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Colleges and Racial Bias: Holistic Admissions | Annie Lu

Colleges and Racial Bias: Holistic Admissions

by Annie Lu

Racial diversity has long been a topic of discussion in America, a notoriously pluralistic society. As a democracy, the U.S.’s governmental policies enable a plethora of cultures to thrive in the same country, allowing a multitude of people to share and compare their opinions. It also, however, triggers the innate revulsion humans seem to have towards anything foreign, anything unfamiliar. This diversity can be—and consistently is—viewed through both a positive and negative lens.

In May, 2015, 60 groups filed a complaint to the Justice and Education Department in regards to the standards that different ethnic groups are held to when considering college admissions. Holistic admissions is a policy founded on the idea that students are more than just a compilation of test scores, and colleges should factor in extracurricular activities, specific talents, and essentially “soft” skills instead (soft skills are skills associated with a person’s EQ, or emotional intelligence quotient, and how well they socially interact). While taking in consideration student’s social skills as well as their test-taking abilities seems to be perfectly reasonable, this new subjectivity allows colleges to make decisions based on cultural biases and political connections while claiming to examine the full extent of a person’s abilities.

Another aspect of this debate focuses on affirmative action. In April of 2014, the Supreme Court banned affirmative action in the context of admissions to Michigan’s public universities, reigniting an age-old controversy. Many other states had also banned this process, for example California, Texas, Washington, and Florida. Following the bans, the African-American and Hispanic populations declined noticeably in colleges throughout these states, causing Texas to re-adopt affirmative action eight years after it was first ruled out. While the Supreme Court decision was made in the face of truly equal opportunity, dissenting opinions protested that the majority was putting up barriers against racial minorities.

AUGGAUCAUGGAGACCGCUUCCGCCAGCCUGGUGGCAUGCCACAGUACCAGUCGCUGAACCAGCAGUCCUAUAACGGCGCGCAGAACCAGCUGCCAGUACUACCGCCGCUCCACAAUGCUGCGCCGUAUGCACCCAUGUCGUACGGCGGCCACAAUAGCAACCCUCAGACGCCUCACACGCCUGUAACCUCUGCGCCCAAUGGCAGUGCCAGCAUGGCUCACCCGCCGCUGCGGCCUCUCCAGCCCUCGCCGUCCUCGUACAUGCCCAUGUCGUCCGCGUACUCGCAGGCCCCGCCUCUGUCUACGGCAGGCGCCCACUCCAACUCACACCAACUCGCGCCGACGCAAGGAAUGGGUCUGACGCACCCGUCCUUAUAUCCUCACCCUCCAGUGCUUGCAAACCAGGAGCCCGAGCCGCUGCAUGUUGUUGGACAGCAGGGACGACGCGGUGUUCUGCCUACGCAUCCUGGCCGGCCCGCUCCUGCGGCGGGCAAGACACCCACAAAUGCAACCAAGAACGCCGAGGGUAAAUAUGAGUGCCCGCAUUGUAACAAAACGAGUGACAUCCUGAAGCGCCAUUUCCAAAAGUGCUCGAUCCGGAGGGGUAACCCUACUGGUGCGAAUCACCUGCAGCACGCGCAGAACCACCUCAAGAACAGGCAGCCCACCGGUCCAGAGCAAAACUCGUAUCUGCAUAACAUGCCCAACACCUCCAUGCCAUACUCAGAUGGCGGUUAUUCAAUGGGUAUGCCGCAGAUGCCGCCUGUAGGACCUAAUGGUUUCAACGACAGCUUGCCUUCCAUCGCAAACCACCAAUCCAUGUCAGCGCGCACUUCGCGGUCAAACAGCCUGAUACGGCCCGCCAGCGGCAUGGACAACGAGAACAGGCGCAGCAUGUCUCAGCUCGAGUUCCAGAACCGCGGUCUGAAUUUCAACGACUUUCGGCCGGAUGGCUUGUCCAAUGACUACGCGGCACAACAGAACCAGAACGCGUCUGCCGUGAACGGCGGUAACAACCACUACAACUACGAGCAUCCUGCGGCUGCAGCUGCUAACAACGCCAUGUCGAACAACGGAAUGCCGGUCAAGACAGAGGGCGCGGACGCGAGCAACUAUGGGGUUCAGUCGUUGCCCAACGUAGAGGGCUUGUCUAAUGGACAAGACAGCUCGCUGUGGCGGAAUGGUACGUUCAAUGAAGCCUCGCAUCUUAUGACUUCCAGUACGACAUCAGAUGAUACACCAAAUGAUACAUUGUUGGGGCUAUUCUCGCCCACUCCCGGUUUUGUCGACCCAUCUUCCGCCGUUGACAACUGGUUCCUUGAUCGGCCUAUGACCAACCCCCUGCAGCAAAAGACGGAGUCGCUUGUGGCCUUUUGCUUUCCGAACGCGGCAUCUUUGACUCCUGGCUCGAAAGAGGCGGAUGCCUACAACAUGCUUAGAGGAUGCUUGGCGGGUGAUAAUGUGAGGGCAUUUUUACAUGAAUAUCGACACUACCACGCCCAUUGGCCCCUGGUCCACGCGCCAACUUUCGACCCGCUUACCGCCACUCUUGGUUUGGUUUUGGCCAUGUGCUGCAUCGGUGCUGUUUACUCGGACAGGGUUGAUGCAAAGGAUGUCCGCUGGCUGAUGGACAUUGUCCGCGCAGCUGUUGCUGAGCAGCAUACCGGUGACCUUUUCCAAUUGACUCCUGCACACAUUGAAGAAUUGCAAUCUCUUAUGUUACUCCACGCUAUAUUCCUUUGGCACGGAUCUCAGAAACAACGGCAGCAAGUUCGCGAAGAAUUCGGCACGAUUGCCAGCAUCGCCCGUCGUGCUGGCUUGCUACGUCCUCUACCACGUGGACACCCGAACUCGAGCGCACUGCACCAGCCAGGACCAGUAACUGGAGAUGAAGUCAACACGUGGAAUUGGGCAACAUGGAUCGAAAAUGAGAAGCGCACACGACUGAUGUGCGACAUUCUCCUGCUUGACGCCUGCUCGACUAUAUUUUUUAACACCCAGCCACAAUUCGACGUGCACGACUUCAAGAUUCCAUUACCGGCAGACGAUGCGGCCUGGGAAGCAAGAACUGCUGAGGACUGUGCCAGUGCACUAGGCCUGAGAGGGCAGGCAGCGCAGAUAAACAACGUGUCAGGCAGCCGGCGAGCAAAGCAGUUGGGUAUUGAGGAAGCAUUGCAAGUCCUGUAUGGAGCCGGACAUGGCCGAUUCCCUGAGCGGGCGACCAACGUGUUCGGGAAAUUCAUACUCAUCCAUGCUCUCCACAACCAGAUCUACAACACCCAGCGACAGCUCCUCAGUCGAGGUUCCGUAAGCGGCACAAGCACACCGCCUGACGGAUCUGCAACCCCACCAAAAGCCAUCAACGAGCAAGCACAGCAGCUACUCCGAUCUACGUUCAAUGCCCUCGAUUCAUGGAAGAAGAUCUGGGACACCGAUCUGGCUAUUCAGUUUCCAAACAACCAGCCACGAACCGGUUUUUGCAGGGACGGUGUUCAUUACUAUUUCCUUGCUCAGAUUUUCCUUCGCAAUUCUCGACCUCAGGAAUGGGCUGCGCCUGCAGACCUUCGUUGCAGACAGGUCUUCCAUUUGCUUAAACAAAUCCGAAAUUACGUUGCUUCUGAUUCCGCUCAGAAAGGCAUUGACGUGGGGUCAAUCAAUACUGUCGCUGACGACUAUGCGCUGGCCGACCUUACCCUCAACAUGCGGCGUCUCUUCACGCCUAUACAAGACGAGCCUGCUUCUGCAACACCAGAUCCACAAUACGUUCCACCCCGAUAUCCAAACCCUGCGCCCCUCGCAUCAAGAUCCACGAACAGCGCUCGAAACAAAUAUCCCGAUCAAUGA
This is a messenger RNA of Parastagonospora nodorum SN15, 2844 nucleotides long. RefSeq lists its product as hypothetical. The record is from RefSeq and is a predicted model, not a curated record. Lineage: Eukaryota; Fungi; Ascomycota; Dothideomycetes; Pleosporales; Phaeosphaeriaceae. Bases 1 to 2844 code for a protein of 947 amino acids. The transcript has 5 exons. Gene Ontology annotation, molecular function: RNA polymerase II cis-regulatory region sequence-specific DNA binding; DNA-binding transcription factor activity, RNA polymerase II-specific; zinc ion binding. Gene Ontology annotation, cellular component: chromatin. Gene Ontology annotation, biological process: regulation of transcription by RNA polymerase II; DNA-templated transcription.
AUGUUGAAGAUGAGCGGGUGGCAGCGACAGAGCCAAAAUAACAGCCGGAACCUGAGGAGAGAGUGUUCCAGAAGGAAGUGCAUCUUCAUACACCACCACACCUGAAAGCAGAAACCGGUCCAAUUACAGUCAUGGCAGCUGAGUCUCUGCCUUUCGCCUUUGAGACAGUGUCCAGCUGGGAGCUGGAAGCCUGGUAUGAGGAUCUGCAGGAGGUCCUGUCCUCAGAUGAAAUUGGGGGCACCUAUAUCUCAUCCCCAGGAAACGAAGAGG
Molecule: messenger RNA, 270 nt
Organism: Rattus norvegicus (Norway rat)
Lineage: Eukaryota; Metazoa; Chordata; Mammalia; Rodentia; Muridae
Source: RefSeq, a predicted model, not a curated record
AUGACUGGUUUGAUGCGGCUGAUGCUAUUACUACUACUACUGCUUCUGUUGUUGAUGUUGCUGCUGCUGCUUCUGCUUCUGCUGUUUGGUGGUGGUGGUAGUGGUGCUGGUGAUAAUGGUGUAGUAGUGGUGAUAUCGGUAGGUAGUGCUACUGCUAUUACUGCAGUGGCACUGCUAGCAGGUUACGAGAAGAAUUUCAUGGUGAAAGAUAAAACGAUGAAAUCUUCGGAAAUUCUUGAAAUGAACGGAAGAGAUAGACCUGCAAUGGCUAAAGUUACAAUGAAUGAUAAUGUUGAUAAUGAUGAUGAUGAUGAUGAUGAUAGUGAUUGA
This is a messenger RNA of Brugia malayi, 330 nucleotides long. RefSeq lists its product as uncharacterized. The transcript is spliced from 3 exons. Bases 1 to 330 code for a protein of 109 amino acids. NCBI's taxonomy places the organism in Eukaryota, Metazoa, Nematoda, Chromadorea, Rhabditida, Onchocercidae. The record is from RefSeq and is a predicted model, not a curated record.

This problem is largely generated by education inequality at the high school level, given that poverty and racial discrepancies manifest themselves at college as well. For example, more prestigious institutions may require an outrageous fee simply for application, effectively out-ruling any possibility of lower-income students applying to that school, whether they are qualified or not. A study by the Georgetown University’s Center of Education and the Workforce finds that over 80% of enrollment by white students in recent years were at comparatively elite universities. Blacks and Hispanics, on the other hand, are most commonly enrolled in community colleges and other less-selective schools. Affirmative action would give disadvantaged students an upper hand, essentially “leveling” the playing field.